Jeffrey Venzon was one of a handful of people gathered at the intersection of Ahukini Road and Kapule Highway in support of Hui Ho‘omalu last month. Volunteers were holding signs and waving at drivers to help raise awareness for the program, which is currently in need of more resource care-givers (formerly known as foster parents). Venzon was a resource caregiver for many years, and he still supports and believes in the group’s mission to assist keiki.
“You need a lot of patience — understanding that they went through a lot already,” says Venzon, who opened his home to teenagers and a 5-year-old boy. Venzon initially started as a foster parent through the Child Welfare System before joining Hui Ho‘omalu.
Taking care of other people’s children who are coming from troubled situations isn’t easy, but the act is an honorable undertaking, he adds. The act is rewarding unto itself, but it also instills positive attributes like compassion.
He chose to help keiki from broken homes because he was also serving as a coach at the time and wanted to get them involved in community activities. He fondly remembers helping one child join the Pop Warner football league.
“And he came out a star player,” says Venzon. “When he played, he gave it all he got.”
While Venzon is no longer fostering keiki, he still wants to encourage others to do so, especially since there’s a great need for resource caregivers willing to accept teenagers and sibling groups into their homes.
“It can be challenging,” says Monica Ka‘auwai, Hui Ho‘omalu’s community liaison and the program’s only employee on Kaua‘i. “It all boils down to the fact that it’s not their fault, it’s what they went through before they went into foster care.”
Proper training, provided by Hui Ho‘omalu, allows resource caregivers to become well-equipped with the knowledge and tools to handle certain behaviors, as kids come from a variety of disjointed situations and range in age from birth to 18. Prior to entering foster care, these children experience traumatic events — in which police and social workers get involved to remove them from the dangerous situations — which can include physical and sexual abuse, neglect, and/or parental drug or alcohol abuse. A licensed social worker then seeks a home and works with Hui Ho‘omalu to find a cohesive match with a licensed resource caregiver.
During the period of time when the child is living under a resource caregiver’s roof, the biological family is simultaneously receiving help in the form of parenting classes or drug rehabilitation. This process could take anywhere from one month to up to a year.
“The goal is reunification,” says Ka‘auwai.
Resource caregivers often fall between the ages of 30 and 50, are established within their careers and have had some kind of experience caring for children. But people of all ages, experiences and backgrounds, including single or married, male or female, are welcome to participate.
“We look for families who are willing to open their hearts and homes to other children not related to them,” says Ka‘auwai.
All caregivers must complete a 60to 90-day process that includes background and medical checks, personal references, and an 18-hour training course that is broken down into face-to-face meetings and videos. A license is issued by the state Department of Human Services after these tasks are completed and an inspection of the caregiver’s household is conducted to ensure a safe environment, no exposed drugs or alcohol, and enough room for a child, including a bed, dresser and place to do homework. Care-givers may also choose their preferences, such as the age of the child.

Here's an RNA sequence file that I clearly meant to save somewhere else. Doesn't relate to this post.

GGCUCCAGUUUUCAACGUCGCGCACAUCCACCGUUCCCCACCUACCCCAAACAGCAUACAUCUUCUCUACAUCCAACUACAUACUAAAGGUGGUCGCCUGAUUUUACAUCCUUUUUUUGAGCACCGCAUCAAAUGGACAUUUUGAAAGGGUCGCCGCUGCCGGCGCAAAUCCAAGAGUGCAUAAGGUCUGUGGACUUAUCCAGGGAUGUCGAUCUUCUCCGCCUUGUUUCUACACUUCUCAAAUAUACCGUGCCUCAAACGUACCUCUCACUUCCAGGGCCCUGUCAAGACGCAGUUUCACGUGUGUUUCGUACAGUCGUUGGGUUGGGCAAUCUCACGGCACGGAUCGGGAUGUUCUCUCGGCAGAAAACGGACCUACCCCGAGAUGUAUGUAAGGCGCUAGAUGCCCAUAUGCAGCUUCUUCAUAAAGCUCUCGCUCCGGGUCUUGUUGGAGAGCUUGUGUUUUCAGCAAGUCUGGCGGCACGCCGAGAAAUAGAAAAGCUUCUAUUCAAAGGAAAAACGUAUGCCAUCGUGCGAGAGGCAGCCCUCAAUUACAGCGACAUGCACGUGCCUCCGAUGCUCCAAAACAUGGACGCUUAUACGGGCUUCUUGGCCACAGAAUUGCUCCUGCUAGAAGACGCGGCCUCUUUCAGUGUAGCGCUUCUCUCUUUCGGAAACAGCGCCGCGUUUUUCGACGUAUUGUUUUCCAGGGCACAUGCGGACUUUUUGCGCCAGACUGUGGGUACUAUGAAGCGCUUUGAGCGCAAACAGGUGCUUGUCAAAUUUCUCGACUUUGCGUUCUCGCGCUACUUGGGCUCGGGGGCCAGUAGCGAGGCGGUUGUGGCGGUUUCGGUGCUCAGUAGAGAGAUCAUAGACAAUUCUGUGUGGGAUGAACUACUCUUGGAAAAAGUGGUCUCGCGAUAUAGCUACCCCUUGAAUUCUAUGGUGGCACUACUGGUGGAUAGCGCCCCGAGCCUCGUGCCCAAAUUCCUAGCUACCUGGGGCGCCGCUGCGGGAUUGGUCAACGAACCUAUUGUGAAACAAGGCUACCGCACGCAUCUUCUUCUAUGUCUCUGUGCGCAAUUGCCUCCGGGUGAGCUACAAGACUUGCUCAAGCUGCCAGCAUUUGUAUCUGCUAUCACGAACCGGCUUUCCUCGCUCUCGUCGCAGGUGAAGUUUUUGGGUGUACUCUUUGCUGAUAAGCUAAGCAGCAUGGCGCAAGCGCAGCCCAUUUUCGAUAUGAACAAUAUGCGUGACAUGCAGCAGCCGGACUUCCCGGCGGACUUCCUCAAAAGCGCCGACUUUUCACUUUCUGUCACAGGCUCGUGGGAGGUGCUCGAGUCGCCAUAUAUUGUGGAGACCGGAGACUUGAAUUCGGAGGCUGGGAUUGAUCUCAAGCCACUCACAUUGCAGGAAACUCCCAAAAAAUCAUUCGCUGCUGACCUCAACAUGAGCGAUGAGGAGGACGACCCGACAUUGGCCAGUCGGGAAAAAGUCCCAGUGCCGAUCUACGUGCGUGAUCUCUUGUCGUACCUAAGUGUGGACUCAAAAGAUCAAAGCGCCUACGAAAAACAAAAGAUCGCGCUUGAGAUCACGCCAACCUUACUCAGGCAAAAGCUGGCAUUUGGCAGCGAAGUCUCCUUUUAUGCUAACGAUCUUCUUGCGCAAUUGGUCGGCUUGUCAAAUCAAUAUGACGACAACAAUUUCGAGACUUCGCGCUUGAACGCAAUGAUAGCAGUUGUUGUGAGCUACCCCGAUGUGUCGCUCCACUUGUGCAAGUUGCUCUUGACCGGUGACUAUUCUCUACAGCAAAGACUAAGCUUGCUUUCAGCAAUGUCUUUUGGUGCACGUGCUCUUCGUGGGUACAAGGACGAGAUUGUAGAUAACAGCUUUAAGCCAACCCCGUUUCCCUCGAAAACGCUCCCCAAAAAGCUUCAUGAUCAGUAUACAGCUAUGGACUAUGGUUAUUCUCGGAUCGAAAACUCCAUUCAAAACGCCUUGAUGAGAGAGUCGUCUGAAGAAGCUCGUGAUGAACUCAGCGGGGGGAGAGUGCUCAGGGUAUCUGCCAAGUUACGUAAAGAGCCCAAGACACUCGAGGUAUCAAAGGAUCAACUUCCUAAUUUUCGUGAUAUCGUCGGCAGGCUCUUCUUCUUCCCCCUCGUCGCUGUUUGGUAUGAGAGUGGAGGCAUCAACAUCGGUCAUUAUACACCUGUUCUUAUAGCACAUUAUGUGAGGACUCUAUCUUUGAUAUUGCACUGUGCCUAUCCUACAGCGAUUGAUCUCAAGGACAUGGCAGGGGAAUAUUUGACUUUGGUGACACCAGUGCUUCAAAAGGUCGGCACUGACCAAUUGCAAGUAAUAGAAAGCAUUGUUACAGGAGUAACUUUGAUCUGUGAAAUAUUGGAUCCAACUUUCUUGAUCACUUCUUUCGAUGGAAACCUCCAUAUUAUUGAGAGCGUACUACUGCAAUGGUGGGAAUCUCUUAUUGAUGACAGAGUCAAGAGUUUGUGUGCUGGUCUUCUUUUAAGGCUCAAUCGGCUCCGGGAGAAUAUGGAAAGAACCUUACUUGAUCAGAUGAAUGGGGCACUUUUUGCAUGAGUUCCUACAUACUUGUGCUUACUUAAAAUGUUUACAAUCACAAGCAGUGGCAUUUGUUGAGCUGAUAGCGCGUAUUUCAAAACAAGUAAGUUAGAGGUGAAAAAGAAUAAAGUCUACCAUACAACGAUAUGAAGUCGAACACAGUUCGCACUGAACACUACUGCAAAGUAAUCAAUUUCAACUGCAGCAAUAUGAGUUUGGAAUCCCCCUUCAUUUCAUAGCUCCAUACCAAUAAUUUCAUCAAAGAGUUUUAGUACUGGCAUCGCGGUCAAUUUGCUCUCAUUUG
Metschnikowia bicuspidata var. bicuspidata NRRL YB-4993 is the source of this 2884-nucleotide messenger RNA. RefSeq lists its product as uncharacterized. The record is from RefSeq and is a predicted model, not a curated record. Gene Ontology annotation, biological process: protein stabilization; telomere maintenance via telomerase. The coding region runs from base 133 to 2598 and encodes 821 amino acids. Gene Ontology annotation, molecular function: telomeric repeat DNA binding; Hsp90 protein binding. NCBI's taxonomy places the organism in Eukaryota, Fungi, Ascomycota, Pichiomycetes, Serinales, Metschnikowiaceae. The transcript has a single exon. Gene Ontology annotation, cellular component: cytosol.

Hui Ho‘omalu is one of many programs that fall under Partners in Development Foundation, which uses traditional cultural values to help families achieve success in life. The mission of the program, which was awarded a contract from DHS, identifies, recruits, trains and supports resource caregivers who are willing to provide a safe space for keiki.
“That satisfaction of helping young children and then helping them be in a safe place while their parents can get their act together before reunifying, that’s what keeps me going,” says Ka‘auwai.
The Kamehameha Schools graduate says the job is a natural fit, as she has always had an affinity for working with children and families. Prior to her current position, she was a preschool director and teacher for nearly two decades.
With about 100 kids currently in care right now, and about 80 resource caregivers, Ka‘auwai’s focused on recruiting more people and often attends events or will even stand at busy intersections with Hui Ho‘omalu banners in tow. People like Venzon contribute to her mission, as do organizations such as Kaua‘i Lions Club that sends representatives like Muriah Moises to participate in sign-waving events. Lions also donate slippers for the children and duffel bags. Seeing all the volunteers who have a heart for keeping Kaua‘i’s families healthy make it all the more rewarding for Ka‘auwai.
She appreciates every little thing that people can do to help her mission at Hui Ho‘omalu, but says it’s becoming a resource caregiver that really makes the most significant impact.
“Take care of the keiki o ka ‘āina on Kaua‘i,” says Venzon. “This is a very noble cause.”
Visit pidf.org or call Ka‘auwai at 346-8184 for more information.